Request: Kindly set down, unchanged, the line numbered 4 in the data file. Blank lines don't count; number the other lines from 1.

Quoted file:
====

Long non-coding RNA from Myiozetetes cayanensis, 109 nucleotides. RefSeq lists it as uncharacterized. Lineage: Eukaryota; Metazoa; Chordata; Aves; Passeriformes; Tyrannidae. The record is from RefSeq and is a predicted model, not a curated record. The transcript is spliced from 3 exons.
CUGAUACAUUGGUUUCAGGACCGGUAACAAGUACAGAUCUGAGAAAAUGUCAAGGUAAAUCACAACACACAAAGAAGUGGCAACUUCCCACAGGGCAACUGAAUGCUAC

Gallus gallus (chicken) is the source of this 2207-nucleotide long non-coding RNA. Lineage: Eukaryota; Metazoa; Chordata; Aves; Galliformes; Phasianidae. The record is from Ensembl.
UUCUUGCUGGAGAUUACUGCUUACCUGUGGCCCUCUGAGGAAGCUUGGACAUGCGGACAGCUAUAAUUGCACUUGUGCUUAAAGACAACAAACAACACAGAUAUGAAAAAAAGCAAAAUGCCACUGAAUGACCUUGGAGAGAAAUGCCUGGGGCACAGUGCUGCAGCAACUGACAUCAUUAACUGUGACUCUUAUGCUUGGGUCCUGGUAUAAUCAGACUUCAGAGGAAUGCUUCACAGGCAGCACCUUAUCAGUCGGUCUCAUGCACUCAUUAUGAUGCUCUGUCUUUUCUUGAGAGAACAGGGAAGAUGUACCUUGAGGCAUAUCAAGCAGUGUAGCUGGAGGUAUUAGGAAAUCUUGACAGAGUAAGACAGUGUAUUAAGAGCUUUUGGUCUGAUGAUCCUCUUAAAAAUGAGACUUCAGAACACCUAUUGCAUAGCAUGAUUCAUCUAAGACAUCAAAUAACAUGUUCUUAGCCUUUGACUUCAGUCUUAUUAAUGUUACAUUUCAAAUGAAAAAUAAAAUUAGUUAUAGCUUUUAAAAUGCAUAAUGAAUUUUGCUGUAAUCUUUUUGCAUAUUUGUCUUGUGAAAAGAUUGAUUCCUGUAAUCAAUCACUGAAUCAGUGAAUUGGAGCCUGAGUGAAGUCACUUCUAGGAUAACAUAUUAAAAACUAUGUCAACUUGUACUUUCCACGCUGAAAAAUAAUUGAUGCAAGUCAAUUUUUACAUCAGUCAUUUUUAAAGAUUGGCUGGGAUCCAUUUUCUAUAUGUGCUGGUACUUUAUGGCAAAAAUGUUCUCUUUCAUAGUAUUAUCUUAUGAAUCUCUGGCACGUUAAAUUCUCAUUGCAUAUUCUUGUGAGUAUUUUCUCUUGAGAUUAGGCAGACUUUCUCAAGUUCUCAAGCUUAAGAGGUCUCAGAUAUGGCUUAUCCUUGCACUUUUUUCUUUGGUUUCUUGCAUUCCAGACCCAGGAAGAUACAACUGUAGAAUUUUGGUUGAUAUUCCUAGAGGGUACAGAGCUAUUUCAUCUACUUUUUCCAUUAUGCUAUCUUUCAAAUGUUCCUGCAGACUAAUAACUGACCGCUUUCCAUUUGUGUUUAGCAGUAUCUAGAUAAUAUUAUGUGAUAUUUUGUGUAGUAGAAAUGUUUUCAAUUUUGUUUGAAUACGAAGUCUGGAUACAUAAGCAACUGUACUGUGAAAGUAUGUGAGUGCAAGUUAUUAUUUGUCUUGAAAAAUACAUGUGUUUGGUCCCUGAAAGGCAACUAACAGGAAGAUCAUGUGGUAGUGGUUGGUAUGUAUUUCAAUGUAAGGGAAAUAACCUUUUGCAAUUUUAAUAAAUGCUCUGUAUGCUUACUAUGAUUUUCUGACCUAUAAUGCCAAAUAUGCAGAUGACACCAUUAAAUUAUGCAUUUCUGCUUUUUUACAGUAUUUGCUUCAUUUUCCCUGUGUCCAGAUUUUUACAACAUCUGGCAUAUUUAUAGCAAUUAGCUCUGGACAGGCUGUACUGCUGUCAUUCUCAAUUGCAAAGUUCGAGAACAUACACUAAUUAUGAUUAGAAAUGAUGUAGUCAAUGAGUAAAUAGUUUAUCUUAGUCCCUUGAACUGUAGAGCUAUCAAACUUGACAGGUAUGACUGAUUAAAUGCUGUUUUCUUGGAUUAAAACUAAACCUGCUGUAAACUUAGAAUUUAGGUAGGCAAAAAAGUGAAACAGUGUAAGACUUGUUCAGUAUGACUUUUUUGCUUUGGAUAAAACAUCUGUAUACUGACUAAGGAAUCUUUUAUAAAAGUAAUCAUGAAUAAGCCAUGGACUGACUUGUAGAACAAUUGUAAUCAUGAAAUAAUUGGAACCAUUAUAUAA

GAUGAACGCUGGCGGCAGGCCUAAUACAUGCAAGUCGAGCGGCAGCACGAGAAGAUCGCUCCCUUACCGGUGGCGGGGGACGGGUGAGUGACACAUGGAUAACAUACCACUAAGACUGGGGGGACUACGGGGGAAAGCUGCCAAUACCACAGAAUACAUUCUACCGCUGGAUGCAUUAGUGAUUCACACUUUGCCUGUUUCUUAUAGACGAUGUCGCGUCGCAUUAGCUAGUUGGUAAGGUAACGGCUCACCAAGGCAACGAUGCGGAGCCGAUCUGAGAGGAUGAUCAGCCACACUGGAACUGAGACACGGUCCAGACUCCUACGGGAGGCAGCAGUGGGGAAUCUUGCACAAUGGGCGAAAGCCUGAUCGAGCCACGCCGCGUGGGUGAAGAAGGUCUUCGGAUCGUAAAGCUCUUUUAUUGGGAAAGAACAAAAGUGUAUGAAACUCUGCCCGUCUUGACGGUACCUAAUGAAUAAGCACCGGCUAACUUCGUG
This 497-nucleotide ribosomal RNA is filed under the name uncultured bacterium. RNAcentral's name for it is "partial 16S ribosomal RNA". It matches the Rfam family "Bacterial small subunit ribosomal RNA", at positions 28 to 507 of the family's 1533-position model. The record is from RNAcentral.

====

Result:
UUCUUGCUGGAGAUUACUGCUUACCUGUGGCCCUCUGAGGAAGCUUGGACAUGCGGACAGCUAUAAUUGCACUUGUGCUUAAAGACAACAAACAACACAGAUAUGAAAAAAAGCAAAAUGCCACUGAAUGACCUUGGAGAGAAAUGCCUGGGGCACAGUGCUGCAGCAACUGACAUCAUUAACUGUGACUCUUAUGCUUGGGUCCUGGUAUAAUCAGACUUCAGAGGAAUGCUUCACAGGCAGCACCUUAUCAGUCGGUCUCAUGCACUCAUUAUGAUGCUCUGUCUUUUCUUGAGAGAACAGGGAAGAUGUACCUUGAGGCAUAUCAAGCAGUGUAGCUGGAGGUAUUAGGAAAUCUUGACAGAGUAAGACAGUGUAUUAAGAGCUUUUGGUCUGAUGAUCCUCUUAAAAAUGAGACUUCAGAACACCUAUUGCAUAGCAUGAUUCAUCUAAGACAUCAAAUAACAUGUUCUUAGCCUUUGACUUCAGUCUUAUUAAUGUUACAUUUCAAAUGAAAAAUAAAAUUAGUUAUAGCUUUUAAAAUGCAUAAUGAAUUUUGCUGUAAUCUUUUUGCAUAUUUGUCUUGUGAAAAGAUUGAUUCCUGUAAUCAAUCACUGAAUCAGUGAAUUGGAGCCUGAGUGAAGUCACUUCUAGGAUAACAUAUUAAAAACUAUGUCAACUUGUACUUUCCACGCUGAAAAAUAAUUGAUGCAAGUCAAUUUUUACAUCAGUCAUUUUUAAAGAUUGGCUGGGAUCCAUUUUCUAUAUGUGCUGGUACUUUAUGGCAAAAAUGUUCUCUUUCAUAGUAUUAUCUUAUGAAUCUCUGGCACGUUAAAUUCUCAUUGCAUAUUCUUGUGAGUAUUUUCUCUUGAGAUUAGGCAGACUUUCUCAAGUUCUCAAGCUUAAGAGGUCUCAGAUAUGGCUUAUCCUUGCACUUUUUUCUUUGGUUUCUUGCAUUCCAGACCCAGGAAGAUACAACUGUAGAAUUUUGGUUGAUAUUCCUAGAGGGUACAGAGCUAUUUCAUCUACUUUUUCCAUUAUGCUAUCUUUCAAAUGUUCCUGCAGACUAAUAACUGACCGCUUUCCAUUUGUGUUUAGCAGUAUCUAGAUAAUAUUAUGUGAUAUUUUGUGUAGUAGAAAUGUUUUCAAUUUUGUUUGAAUACGAAGUCUGGAUACAUAAGCAACUGUACUGUGAAAGUAUGUGAGUGCAAGUUAUUAUUUGUCUUGAAAAAUACAUGUGUUUGGUCCCUGAAAGGCAACUAACAGGAAGAUCAUGUGGUAGUGGUUGGUAUGUAUUUCAAUGUAAGGGAAAUAACCUUUUGCAAUUUUAAUAAAUGCUCUGUAUGCUUACUAUGAUUUUCUGACCUAUAAUGCCAAAUAUGCAGAUGACACCAUUAAAUUAUGCAUUUCUGCUUUUUUACAGUAUUUGCUUCAUUUUCCCUGUGUCCAGAUUUUUACAACAUCUGGCAUAUUUAUAGCAAUUAGCUCUGGACAGGCUGUACUGCUGUCAUUCUCAAUUGCAAAGUUCGAGAACAUACACUAAUUAUGAUUAGAAAUGAUGUAGUCAAUGAGUAAAUAGUUUAUCUUAGUCCCUUGAACUGUAGAGCUAUCAAACUUGACAGGUAUGACUGAUUAAAUGCUGUUUUCUUGGAUUAAAACUAAACCUGCUGUAAACUUAGAAUUUAGGUAGGCAAAAAAGUGAAACAGUGUAAGACUUGUUCAGUAUGACUUUUUUGCUUUGGAUAAAACAUCUGUAUACUGACUAAGGAAUCUUUUAUAAAAGUAAUCAUGAAUAAGCCAUGGACUGACUUGUAGAACAAUUGUAAUCAUGAAAUAAUUGGAACCAUUAUAUAA